Christmas Letter 2012

As I face this Christmas season, I am reminded of my experience as a 13-year-old boy in the “old toy truck”.  My parents had purchased a large used bread delivery truck.  They used this walk-in van in their small distribution business. It had the distinction to be their business vehicle after the converted “hearse” (yes, literally), and before the red Volkswagen van.  Every Saturday morning, I went with my father to our small warehouse and filled the old truck with inexpensive toys and coloring books.  I distinctly remember that there was little air flow in the old truck, whether on the cold mornings or on hot afternoons.

During the week, I painted displays in our family’s garage.  I learned how to work hard and how to build a business.  Dad then delivered these products throughout the following week to supermarkets around our state.  In the summers, I spent some of those long days with him.  We surveyed the displays in the stores and then went out into the large truck to get the toys that were needed to fill them. My job was simply to have the right items that were needed in the proper quantities to serve our customers.  I took my job very seriously and learned the basics of distribution, pricing, and sales. These were skills which would later help me run our large distribution firm.

As a son, I carefully observed my father and did exactly what was required so that he could accomplish his mission.  It was in these critical years that my dad sold his 5 & 10 cent variety stores which were losing money, transitioned into distribution to the grocery trade, and later into distribution to Army and Air Force exchanges.  Within just fourteen years, God allowed him to pay off all of his debts, invest in real estate, and semi-retire at age fifty to work with Billy Graham for next twenty-five years.  Dad attributes his success to my mother, who became his “buyer” and gave stability to the hard working optimistic entrepreneur.  He was a great salesman, who listened to his customers and was always learning what the customer needed.  Dad ran a low cost operation and the “old toy truck” symbolized this perfectly.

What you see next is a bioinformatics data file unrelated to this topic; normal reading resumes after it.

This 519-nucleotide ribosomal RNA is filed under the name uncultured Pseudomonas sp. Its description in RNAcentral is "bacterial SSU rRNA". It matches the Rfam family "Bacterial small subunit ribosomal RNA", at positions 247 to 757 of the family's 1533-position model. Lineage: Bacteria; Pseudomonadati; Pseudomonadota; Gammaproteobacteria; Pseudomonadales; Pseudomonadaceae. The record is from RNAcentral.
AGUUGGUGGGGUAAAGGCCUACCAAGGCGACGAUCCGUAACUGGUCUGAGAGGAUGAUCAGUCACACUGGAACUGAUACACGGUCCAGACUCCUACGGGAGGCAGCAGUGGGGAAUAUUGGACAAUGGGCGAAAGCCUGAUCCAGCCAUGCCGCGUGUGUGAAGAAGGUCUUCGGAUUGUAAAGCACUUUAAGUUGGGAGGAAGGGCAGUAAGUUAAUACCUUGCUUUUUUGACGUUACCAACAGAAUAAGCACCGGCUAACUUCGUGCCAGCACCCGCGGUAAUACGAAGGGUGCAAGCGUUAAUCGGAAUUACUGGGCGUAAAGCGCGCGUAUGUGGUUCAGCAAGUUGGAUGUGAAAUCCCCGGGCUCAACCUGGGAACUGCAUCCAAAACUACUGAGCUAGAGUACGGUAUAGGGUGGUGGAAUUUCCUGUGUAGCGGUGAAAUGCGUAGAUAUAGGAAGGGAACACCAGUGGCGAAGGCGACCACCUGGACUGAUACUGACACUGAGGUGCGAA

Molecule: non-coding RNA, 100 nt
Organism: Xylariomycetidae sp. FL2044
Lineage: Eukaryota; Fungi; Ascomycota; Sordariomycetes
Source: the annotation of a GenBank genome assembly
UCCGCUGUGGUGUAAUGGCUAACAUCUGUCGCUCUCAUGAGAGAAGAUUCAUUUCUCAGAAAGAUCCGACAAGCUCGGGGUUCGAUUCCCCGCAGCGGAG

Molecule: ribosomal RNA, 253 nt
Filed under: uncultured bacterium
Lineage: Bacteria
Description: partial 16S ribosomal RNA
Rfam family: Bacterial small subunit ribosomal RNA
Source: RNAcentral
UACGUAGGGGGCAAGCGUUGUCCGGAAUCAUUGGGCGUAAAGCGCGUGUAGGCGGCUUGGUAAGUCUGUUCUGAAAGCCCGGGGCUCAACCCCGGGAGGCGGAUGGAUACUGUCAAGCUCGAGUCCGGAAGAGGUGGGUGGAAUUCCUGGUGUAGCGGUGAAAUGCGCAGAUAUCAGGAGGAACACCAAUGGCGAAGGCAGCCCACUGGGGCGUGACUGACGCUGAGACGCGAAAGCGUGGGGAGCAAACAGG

Two thousand years ago, another son joined His father on a mission of hope.  God the Father asked His Son, Jesus, to take the form of a helpless baby to go to very world that He had created. Jesus was tasked to model His Father’s love to the people, to equip a small band of disciples, and then to die on an old rugged cross.  Just as the “old toy truck” was a bridge in my father’s life from the tough times to times of business success, that old cross is the bridge for us to take from a life of meaningless searching to a life of peace and joy.  Through the risen Christ, each of us can be transformed into a new creature.  As you see your children and grand-children playing with toys this Christmas, just remember the old toy truck.  A father and a son were embarked on a mission to make a living and grow a business, and years ago a Father and Son embarked on a mission to provide hope for all those who would accept the gift of eternal life.  Do not let the wrappings, toys, and trinkets of the season cloud the precious gift of God’s Son to all who will receive it with joy!  May you personally experience His presence this season and throughout the New Year!

Kent and Davidene Humphreys

About kenthumphreys
Kent Humphreys has been a business leader for over forty years. He also served as CEO of FCCI/Christ@Work for six years and now serves as their worldwide ambassador, speaking, writing, and mentoring young leaders. He continues to be active in distribution, private equities, and real estate. Kent and his wife Davidene have written six books together. They have three children and eight grand-children.

One Response to Christmas Letter 2012

  1. Jim White says:

    Kent and Davidene,

    Thanks for your Christmas message and your ministry. You continue to be inspiration to Susn and me and to so many. God’s Richest Blessings to You and Yours and The Best of Health to You Both in the New Year!

    Jim and Susan

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